It’s not only the children who torture us. The parents have fun at our expense too. I have a pair of twins in one of my classes, and their mother consistently dresses them in matching clothes every day. I have a computer now, but it’s not working yet, and I won’t get internet for it for at least a month.
Tammy was sick today, so I only had two girls in my advanced Bacchus class. We read a play version of “The Ugly Duckling.” I’m impressed that at only six-years-old, these girls are literate in two alphabets.
Brant and I went out for sushi. It’s funny that I go out for sushi to eat something familiar. We sat down with our picture menus. The owner came by and pointed at a picture. “Pork-a cutlet.”
No, I don’t want pork cutlet. Not today, at least. I’m not your average round-eye foreigner. I want sushi. They served me this platter with four types of nigiri sushi, a sushi roll, some side dishes, and a wonderful soup, the best soup I’ve had in Korea so far. The sushi came with the usual wasabi and pickled ginger accompaniments, along with pickled pearl onions. The owner poured the soy sauce for me, and I didn’t even need wasabi in it. The chef put so much wasabi in the nigiri, you could see it through the fish. The rice also had more flavor than US sushi rice. No need to say I was a clean plater. When we went up to pay, the owner spoke a mix of Korean and English to us. As we were leaving, I pointed at the sushi chef and said to the owner, “Tetsujin,” which is what they call “Iron Chef” in the original Japanese. He bowed and thanked me. I love it. So many nice inexpensive restaurants in our “little” neighborhood.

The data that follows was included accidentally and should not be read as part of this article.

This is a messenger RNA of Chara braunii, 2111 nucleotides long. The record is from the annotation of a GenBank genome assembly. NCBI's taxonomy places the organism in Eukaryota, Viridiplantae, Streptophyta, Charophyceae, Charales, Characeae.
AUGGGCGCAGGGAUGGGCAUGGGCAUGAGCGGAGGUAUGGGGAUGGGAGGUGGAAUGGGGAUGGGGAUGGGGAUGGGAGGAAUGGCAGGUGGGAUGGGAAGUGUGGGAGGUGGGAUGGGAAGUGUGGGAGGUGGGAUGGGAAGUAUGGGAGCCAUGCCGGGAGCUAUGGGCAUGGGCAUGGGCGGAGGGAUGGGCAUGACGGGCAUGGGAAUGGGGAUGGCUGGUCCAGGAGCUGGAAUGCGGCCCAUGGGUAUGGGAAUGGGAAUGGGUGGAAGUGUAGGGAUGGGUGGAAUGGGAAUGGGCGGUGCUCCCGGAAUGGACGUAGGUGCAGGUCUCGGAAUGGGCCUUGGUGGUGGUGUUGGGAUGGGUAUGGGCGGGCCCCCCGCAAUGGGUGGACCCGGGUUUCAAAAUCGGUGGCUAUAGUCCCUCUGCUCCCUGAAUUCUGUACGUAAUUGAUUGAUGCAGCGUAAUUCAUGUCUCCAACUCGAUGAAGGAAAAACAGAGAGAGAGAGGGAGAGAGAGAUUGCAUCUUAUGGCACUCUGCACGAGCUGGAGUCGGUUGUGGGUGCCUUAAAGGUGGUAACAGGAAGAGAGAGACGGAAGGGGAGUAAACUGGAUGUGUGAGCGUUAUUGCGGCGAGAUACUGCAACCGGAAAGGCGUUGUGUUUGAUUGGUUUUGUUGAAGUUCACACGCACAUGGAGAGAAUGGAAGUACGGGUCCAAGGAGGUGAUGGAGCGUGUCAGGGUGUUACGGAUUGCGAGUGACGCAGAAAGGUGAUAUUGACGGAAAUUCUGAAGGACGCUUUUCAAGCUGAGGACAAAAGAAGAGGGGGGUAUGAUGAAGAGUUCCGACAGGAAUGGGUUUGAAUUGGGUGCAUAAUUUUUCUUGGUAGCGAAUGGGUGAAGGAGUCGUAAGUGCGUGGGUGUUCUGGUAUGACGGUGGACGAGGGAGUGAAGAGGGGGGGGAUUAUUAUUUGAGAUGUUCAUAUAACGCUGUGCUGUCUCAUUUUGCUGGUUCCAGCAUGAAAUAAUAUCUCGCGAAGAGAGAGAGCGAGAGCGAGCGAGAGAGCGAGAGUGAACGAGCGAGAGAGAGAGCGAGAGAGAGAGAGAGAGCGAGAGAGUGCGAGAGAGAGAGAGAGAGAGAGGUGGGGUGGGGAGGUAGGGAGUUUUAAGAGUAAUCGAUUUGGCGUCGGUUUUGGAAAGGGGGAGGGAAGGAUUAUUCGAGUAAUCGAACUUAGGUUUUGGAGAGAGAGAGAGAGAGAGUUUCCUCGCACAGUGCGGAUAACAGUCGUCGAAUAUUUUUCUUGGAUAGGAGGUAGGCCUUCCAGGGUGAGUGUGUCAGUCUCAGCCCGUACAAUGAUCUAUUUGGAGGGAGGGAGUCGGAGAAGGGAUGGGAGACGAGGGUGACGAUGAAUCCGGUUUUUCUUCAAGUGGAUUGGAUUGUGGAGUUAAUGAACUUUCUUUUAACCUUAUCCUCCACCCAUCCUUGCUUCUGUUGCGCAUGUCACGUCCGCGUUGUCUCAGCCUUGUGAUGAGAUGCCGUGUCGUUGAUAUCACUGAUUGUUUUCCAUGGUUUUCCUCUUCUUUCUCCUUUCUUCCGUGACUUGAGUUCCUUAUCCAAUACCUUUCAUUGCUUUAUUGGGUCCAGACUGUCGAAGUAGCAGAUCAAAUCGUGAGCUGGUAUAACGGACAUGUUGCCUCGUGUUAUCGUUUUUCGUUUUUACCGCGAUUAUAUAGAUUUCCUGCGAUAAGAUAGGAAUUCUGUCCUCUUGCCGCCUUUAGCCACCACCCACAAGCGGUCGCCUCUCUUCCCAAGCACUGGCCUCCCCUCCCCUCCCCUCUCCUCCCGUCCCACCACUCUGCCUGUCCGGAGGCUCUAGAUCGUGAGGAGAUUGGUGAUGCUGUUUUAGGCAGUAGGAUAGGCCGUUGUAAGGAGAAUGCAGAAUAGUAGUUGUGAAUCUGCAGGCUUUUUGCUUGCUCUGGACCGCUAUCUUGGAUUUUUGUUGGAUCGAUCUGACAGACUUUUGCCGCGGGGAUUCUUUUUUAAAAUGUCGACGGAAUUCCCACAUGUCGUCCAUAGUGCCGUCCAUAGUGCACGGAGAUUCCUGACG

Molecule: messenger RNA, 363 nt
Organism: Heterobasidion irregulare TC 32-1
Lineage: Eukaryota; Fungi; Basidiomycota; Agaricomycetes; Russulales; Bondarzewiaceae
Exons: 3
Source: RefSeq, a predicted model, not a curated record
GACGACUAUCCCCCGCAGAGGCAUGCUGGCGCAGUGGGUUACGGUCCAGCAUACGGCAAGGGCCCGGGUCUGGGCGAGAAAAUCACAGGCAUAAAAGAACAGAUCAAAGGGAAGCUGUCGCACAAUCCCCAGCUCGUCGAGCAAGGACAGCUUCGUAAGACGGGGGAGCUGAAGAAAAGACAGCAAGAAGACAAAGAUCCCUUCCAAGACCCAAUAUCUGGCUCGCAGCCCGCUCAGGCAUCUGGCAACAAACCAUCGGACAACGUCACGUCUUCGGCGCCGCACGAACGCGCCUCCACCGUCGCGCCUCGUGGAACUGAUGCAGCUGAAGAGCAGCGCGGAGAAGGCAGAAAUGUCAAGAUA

Brant was fighting the edge of a cold all day, so he turned in early. I headed back to my place to wait for Glen to bring over the computer. While waiting, I took out this kit for making samgye tang (Chicken Ginseng Soup). It had a whole small chicken, some rice, jujubes (which look like dried cherries), and a whole white gnarly ginseng root. I doctored it up a bit by adding soy sauce, sea salt, carrots, peppers, and a few whole cloves of garlic. Since garlic is the ingredient of choice in Korea, you can get big bags of it peeled for next to nothing. The soup turned out well.
Glen came over with the computer and some plates that Christina had found for me. After he left, I tried to turn it on, and the monitor refused to cooperate. So we’ll have to deal with that tonight.
Brant and I seem to be having a competition as to who can dress more professionally for work. I’ve been wearing a sports jacket every day. Friday, he started showing up with a tie. Today, I’m in a black suit and Tabasco tie. I got nice comments from my supervisor and Trisha. I brought a container of soup for Brant.
Until the end of next week (graduation), I have to improvise what to do for Venus class. They’ve finished their books. Today, I took them to the gym for Kid Bowling. I line the kids up like bowling pins, and I have two kids compete to roll a ball and “knock” them down. Really, if the ball touches them, they fall down and are out. I hoped in vain that it would get some of the energy out of them.
I remembered to give them their anchovies today.